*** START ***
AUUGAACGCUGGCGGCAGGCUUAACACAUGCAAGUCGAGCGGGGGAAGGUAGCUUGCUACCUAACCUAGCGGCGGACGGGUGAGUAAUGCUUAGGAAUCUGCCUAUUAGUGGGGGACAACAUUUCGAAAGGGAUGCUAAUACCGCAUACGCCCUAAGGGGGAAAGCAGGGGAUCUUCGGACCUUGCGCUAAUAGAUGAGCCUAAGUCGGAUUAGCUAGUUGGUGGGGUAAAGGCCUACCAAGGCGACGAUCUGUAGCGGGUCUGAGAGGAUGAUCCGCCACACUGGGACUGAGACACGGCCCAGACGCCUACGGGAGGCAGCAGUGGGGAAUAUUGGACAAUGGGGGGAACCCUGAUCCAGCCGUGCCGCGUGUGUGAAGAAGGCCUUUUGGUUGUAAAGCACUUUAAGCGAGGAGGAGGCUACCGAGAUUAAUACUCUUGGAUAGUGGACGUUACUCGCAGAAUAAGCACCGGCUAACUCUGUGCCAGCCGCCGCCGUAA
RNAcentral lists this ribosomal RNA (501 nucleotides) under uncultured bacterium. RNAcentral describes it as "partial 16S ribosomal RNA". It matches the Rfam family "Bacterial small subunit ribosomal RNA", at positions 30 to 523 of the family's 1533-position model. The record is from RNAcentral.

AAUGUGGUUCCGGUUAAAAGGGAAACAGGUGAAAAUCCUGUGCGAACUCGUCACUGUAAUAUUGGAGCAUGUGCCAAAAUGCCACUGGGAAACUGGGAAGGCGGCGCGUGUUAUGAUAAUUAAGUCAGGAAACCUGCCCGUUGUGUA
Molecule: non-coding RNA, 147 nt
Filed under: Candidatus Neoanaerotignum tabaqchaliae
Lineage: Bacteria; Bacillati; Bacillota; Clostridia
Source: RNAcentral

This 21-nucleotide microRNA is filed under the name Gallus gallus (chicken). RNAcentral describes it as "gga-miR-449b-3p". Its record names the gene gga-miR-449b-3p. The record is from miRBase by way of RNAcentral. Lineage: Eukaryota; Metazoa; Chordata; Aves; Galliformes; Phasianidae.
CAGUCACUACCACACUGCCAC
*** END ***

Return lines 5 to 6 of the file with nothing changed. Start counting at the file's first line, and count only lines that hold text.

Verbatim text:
Filed under: Candidatus Neoanaerotignum tabaqchaliae
Lineage: Bacteria; Bacillati; Bacillota; Clostridia